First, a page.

2) Vertical Integration: Henry Ford was a master at Vertical Integration. He owned the rubber tree farm to make his tires, machined his own parts, etc. This is a very traditional model for the beginning of a technology curve (aka automobiles in early 1900’s). Interesting enough some companies are deploying this strategy today in the later, more mature phases in which we are currently. A good example is Oracle’s exa-N product lines. It’s an “all in one box”, single vendor strategy. The focus is specialization and is aimed to increase performance for data analytics and potentially reduce costs from server reduction. There are other examples of “IT appliances” in the market. The company where I work has similar purpose-built appliances. These purpose-built “plug in and go” appliances will continue to gain ground because they are easy to consume, but they need to balance their specialization with their cloud integration capabilities. Why should you care if they connect to the cloud? Because, history proves specialized/isolated assets are more expensive than communal assets. Appliances will likely be “cloud compliant” or they will find themselves as a tangent away from a cloud strategy and obscured from the primary plans of the business.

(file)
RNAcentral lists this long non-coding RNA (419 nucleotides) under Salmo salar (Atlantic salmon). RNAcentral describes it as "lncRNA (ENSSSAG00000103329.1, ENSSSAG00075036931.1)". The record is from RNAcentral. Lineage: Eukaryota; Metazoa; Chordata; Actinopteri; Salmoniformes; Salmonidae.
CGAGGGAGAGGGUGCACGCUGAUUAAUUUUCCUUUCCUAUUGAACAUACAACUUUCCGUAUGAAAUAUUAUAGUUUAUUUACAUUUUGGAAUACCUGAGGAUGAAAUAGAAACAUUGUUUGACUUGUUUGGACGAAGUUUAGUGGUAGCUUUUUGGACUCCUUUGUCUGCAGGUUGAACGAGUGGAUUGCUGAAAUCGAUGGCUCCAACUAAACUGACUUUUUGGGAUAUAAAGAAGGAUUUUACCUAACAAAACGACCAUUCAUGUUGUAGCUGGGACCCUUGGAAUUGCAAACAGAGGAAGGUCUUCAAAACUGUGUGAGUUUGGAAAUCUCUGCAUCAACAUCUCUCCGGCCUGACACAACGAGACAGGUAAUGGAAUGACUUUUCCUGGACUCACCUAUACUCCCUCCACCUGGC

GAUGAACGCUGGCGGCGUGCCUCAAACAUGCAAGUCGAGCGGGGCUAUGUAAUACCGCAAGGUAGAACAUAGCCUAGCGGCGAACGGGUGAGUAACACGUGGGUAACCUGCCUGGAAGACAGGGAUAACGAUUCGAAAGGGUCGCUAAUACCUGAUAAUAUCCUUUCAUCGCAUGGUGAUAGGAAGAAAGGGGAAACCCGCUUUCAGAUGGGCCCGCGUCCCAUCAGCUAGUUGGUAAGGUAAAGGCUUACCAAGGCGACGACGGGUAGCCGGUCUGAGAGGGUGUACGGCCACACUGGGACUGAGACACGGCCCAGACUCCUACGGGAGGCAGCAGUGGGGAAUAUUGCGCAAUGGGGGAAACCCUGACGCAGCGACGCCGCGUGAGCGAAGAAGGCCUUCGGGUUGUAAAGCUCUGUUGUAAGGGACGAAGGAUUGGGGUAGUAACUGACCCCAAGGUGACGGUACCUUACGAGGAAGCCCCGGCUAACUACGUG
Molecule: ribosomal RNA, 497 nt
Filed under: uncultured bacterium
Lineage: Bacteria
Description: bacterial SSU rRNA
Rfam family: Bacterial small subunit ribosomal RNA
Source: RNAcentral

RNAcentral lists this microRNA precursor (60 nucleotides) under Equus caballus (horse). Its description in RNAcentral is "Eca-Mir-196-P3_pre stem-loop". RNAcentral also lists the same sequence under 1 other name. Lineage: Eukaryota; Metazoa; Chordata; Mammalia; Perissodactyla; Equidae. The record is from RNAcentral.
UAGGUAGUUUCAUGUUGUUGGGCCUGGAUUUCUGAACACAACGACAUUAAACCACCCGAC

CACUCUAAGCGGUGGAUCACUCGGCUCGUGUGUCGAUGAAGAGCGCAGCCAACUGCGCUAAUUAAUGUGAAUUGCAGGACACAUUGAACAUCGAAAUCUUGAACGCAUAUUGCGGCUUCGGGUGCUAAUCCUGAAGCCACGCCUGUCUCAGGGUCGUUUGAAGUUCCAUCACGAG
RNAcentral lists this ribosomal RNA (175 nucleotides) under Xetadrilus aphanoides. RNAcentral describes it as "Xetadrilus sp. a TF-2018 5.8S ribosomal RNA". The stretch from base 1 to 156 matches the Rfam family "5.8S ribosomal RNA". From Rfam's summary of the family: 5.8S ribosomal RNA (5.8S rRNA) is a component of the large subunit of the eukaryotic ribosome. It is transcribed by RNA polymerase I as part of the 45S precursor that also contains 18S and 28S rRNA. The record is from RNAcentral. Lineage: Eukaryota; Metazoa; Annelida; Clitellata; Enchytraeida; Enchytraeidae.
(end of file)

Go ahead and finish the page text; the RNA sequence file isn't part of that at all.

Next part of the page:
3) Virtual Integration: This technique leverages the features of Virtualization to blur the lines of proprietary systems into an abstracted layer of logic technology components. With a virtually integrated environment come optimizations for utilization, improved flexibility, notable savings from consolidation and other benefits. Every virtualized environment is not necessarily a “cloud”, but it provides a medium to begin developing systems with cloud attributes. This still requires the individual companies to retain ownership or to bundle managed services as part of their efforts.